One of the first tasks when working with clients is to identify whether their voice is supporting their career or not.
Of course, I get met with empty stares and questioning eye brows, so let me take a deep dive to explain what I mean.
You see, a human voice is sticky. We are born perfectly. When your voice was fully responsive to your thoughts, needs and desires, your breath helped to create the perfect vibration, leaving no room for misinterpretation.
But unfortunately, as you travelled through life, your voice picked up your life experiences. Heart-break, joy and sorrow, changing the undertone of your speech patterns.
I recently spent time chatting with a veteran speaker who is at the top of her game and came to me with a very specific problem. She spent time explaining that sometimes when she presents, she is 100% on point, receiving standing ovations and rave reviews. However, on the opposite end of the scale, sometimes she bombs terribly, leaving the stage to the roar of crickets.
After listening to her talk for a while, I started to feel an extremely uncomfortable sensation as if someone was choking me. Over the years, I have learnt to identify the undertones in a voice and I knew that this sensation had nothing to do with me. It was coming from the sympathetic vibration of this gorgeous woman sitting opposite me. I also knew that this could open Pandora’s Box for her and took a second before addressing my discomfort. It’s important in this moment to ensure my own voice comes from a place of deep compassion and understanding.
As she paused to take breath, I gently asked if she had an experience of choking? As the blood drained from her face, her fight and flight response confirmed that I had touched on a major pain point.
Resistant to answering, she quietly told me about her experience of being choked as a young girl, to the point of passing out.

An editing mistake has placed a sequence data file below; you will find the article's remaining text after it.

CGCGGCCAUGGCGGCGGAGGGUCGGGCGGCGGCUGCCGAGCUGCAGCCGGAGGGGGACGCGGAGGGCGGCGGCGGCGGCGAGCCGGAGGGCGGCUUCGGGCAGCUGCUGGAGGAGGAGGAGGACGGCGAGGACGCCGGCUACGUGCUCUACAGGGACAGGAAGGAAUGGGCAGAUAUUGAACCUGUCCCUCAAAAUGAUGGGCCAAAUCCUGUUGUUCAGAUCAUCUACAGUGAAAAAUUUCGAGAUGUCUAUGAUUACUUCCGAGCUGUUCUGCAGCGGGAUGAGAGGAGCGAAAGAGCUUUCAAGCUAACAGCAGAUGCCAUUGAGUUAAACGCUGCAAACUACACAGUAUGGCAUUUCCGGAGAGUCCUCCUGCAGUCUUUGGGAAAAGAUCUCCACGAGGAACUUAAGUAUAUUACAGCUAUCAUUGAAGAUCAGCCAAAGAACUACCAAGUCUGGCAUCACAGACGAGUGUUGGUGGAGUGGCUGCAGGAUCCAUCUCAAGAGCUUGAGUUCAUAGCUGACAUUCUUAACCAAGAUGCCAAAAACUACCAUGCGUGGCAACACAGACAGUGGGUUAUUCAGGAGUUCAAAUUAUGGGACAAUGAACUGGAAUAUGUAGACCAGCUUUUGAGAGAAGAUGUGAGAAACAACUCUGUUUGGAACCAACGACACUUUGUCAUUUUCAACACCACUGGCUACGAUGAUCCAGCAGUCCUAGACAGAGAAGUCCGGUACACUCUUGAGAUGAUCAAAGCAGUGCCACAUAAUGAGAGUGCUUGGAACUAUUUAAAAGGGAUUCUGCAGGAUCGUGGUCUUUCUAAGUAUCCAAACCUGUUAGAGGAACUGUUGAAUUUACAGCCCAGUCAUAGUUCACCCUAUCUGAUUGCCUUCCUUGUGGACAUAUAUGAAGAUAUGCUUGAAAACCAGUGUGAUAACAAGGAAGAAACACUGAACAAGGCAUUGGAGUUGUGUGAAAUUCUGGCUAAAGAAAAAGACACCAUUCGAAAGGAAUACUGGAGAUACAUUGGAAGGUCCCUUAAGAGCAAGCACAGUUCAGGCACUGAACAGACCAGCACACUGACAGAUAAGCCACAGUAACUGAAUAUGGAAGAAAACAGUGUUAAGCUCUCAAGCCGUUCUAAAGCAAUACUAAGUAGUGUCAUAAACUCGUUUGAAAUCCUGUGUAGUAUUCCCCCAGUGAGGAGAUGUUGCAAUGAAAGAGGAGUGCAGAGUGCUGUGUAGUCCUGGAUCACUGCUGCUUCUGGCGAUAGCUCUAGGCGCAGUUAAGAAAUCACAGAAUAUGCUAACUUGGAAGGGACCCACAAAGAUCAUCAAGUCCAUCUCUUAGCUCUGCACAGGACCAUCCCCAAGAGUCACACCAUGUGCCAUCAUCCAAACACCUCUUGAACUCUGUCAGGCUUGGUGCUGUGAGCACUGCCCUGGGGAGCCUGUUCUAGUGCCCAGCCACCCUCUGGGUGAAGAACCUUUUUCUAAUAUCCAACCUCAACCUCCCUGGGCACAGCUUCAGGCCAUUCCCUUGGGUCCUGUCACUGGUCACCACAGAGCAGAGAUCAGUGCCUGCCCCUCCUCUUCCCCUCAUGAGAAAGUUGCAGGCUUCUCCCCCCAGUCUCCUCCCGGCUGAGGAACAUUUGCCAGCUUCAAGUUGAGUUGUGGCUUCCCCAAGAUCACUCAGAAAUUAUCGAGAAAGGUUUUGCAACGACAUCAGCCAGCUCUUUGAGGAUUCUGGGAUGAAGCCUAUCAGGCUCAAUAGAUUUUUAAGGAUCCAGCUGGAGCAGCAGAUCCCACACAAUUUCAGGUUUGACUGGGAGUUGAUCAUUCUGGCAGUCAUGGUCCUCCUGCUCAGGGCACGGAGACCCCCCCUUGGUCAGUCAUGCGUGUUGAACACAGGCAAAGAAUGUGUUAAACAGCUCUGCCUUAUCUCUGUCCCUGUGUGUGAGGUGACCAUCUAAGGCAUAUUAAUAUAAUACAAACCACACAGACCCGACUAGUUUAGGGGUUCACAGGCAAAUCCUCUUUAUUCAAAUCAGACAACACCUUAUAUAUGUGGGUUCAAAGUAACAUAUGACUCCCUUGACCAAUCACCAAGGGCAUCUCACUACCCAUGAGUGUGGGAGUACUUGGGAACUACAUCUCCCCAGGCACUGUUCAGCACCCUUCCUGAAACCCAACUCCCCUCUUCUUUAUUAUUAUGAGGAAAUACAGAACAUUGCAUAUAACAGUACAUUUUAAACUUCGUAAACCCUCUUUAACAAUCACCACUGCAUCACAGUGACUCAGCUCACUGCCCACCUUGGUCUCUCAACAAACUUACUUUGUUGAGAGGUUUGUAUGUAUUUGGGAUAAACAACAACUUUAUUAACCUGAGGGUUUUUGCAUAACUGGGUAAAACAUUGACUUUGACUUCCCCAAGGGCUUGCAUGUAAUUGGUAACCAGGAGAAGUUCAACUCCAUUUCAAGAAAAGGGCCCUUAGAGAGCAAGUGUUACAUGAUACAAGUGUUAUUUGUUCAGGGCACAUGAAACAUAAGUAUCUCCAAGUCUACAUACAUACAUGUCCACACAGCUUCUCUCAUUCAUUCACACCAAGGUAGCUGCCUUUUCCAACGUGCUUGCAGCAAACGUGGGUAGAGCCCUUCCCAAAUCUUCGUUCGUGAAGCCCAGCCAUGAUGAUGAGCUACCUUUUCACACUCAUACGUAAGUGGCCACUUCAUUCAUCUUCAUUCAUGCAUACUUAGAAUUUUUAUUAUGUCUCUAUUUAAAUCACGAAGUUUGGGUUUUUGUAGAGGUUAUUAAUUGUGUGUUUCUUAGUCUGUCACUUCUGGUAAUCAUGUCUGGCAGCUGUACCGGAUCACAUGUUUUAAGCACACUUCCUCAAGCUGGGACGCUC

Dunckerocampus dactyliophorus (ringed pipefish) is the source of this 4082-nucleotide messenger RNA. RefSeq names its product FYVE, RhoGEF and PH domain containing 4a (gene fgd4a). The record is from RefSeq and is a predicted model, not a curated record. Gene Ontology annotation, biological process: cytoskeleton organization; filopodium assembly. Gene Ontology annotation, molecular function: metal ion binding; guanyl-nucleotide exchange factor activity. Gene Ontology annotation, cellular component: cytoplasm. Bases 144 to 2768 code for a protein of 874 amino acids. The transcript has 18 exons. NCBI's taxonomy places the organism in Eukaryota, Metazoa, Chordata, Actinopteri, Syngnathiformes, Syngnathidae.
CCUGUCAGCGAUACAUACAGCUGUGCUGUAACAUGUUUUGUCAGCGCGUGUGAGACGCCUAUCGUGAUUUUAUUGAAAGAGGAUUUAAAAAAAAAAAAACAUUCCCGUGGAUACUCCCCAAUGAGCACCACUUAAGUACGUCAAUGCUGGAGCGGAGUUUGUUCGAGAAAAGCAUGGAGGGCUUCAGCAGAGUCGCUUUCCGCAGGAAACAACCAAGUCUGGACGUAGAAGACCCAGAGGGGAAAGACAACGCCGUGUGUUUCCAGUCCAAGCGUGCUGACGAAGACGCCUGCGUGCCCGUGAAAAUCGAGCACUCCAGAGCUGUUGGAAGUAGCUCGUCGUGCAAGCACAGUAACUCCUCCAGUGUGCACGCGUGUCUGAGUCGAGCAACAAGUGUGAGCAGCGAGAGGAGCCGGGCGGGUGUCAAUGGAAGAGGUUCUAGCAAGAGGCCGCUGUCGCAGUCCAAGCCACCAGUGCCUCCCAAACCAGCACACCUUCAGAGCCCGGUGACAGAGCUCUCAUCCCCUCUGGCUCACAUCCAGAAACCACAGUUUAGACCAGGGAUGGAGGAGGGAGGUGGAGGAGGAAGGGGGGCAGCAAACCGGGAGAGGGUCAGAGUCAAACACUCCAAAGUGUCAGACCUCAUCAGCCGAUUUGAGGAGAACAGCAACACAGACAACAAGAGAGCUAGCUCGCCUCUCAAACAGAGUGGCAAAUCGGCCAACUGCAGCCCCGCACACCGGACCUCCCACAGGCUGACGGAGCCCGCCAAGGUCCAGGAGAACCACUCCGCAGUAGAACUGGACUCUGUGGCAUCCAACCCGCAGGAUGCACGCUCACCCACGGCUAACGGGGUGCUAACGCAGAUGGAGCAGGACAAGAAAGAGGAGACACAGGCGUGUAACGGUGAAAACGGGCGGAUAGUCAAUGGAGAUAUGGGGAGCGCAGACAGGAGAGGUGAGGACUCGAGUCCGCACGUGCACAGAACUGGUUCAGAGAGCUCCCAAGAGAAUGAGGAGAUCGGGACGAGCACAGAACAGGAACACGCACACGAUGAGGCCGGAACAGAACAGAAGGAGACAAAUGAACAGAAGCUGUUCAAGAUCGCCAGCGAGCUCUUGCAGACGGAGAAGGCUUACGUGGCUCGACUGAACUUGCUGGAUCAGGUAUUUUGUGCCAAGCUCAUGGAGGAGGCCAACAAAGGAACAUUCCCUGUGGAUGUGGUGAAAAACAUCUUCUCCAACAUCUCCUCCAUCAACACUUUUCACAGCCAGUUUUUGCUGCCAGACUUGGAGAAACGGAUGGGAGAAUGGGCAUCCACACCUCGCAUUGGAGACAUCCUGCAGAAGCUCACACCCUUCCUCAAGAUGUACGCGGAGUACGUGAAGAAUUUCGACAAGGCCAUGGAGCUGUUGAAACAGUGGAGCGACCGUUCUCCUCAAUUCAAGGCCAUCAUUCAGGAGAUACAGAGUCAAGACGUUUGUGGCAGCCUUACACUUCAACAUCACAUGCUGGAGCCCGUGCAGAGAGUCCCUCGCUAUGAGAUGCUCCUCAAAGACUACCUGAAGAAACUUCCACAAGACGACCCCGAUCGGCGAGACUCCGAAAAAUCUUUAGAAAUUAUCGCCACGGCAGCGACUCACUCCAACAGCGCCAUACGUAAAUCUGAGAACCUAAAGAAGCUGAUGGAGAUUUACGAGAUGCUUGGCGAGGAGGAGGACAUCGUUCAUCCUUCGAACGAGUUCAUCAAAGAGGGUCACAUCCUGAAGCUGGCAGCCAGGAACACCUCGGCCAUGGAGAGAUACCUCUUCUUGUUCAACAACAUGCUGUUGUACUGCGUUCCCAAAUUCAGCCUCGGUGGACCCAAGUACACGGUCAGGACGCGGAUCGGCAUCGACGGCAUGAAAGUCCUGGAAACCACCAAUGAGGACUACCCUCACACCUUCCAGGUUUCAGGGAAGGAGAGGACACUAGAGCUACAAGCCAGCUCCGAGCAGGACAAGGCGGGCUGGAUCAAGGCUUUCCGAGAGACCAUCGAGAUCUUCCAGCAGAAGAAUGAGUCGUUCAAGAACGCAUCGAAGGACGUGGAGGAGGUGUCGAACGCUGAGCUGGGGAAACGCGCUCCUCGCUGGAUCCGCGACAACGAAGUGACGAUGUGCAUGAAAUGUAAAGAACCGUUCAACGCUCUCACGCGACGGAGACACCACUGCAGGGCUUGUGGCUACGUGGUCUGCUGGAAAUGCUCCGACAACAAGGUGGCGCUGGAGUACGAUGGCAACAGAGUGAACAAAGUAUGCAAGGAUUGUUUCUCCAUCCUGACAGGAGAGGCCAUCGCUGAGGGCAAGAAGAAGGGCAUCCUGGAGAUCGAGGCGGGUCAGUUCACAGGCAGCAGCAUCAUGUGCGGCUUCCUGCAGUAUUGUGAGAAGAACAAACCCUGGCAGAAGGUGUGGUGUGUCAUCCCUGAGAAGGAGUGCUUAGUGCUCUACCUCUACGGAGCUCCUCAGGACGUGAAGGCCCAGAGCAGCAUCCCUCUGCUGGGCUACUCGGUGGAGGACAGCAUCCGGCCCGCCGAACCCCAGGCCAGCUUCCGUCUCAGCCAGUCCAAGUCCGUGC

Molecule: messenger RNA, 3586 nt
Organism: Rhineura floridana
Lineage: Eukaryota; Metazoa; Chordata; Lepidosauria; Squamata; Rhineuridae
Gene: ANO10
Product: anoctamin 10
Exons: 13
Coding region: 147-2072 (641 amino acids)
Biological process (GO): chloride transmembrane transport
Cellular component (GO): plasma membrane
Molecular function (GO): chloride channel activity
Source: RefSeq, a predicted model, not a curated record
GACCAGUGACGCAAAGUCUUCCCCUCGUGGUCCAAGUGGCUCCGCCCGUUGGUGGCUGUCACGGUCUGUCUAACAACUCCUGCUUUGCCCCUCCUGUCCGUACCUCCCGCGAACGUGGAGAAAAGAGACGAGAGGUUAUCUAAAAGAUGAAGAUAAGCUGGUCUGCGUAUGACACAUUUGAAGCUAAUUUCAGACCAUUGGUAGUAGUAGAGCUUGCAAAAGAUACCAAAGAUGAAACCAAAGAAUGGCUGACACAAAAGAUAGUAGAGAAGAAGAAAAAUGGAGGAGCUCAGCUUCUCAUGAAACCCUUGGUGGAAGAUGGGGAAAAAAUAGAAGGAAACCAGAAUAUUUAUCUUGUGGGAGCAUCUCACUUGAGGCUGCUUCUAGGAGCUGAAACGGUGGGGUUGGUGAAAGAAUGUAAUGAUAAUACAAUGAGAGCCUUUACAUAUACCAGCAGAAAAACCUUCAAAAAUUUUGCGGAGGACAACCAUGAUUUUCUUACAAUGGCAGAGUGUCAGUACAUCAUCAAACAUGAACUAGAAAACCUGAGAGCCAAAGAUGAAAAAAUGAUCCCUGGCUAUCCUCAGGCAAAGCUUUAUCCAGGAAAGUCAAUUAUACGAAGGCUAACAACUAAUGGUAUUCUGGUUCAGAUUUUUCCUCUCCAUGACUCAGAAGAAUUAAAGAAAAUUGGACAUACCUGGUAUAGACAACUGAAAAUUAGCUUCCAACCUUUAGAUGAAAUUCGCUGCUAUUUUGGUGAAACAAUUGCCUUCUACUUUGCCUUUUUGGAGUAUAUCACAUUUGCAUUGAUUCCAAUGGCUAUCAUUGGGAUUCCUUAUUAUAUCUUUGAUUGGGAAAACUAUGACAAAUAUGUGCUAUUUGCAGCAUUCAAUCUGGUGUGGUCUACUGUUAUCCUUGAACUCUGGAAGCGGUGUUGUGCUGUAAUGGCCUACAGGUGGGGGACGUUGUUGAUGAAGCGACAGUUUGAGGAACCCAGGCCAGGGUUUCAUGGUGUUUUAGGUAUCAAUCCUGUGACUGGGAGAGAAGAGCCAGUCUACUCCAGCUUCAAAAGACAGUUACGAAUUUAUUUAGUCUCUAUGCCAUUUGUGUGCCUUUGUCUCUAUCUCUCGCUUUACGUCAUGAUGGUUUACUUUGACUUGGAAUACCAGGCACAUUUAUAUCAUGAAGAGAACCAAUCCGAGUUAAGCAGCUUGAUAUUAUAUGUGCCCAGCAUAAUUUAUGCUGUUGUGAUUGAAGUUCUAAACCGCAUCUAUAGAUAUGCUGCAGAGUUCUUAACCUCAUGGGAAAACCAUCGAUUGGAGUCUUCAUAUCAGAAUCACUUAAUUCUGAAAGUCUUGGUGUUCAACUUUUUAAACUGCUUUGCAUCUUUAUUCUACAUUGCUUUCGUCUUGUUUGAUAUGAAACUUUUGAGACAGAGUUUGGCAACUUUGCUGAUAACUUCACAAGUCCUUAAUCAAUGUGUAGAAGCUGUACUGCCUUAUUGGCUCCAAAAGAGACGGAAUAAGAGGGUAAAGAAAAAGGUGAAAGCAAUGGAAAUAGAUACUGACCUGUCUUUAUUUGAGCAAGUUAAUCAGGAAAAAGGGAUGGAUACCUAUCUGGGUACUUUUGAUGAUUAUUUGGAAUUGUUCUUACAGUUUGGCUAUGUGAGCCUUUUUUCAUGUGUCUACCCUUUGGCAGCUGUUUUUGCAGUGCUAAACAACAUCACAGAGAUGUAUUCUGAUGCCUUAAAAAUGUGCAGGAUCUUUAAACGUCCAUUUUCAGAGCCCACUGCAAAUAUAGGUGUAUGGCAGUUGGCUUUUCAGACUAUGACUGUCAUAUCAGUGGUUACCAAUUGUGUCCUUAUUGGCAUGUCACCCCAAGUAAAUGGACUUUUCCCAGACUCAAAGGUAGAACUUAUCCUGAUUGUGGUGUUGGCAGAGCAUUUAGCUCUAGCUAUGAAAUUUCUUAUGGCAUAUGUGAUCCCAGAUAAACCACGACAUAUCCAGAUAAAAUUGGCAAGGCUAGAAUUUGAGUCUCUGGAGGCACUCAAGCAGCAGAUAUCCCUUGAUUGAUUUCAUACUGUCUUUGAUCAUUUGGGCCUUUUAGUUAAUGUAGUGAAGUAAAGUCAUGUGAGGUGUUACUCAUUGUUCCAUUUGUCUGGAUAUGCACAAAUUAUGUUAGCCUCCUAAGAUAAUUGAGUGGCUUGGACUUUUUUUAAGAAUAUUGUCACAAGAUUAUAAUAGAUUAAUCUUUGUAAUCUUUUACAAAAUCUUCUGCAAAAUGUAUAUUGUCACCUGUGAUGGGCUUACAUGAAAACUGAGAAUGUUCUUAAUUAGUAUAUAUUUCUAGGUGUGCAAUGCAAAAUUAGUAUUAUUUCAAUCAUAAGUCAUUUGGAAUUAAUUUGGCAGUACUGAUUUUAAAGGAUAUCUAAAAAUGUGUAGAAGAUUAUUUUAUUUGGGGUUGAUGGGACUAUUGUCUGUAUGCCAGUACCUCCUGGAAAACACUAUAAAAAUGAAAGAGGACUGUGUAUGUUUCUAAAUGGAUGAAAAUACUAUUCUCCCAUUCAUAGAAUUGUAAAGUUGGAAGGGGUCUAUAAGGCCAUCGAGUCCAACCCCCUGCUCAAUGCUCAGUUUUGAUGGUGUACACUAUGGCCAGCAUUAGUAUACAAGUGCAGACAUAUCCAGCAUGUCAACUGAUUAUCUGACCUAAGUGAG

Her speech was dependent on her state of being, her health, level of fatigue and mind set on that day. When she felt confident, the voice was clean and clear, allowing the audience to connect to her. When she was tired, the voice let her down, leaking parts of her life story that she did not want told.
The audience would not feel like they were choking, but they would feel a sense of unease and probably walk away saying “there is just something I do not like about her”.
Developing a voice that supports you does not mean hiding your life story or over-compensating with a “happy clapper” narrative that is all rainbows and unicorns.
It means that you must build your self-belief system, start breathing properly, reconnect with your internal voice, and most importantly, be present, strong and healthy.
It can be bumpy at first, a bit scary and you may feel like giving up, but I am here to support you through the process.
You deserve to feel confident and tell your story in the way you want it told without being betrayed by your past. You cannot change the past but you also don’t have to be shackled by it… any more.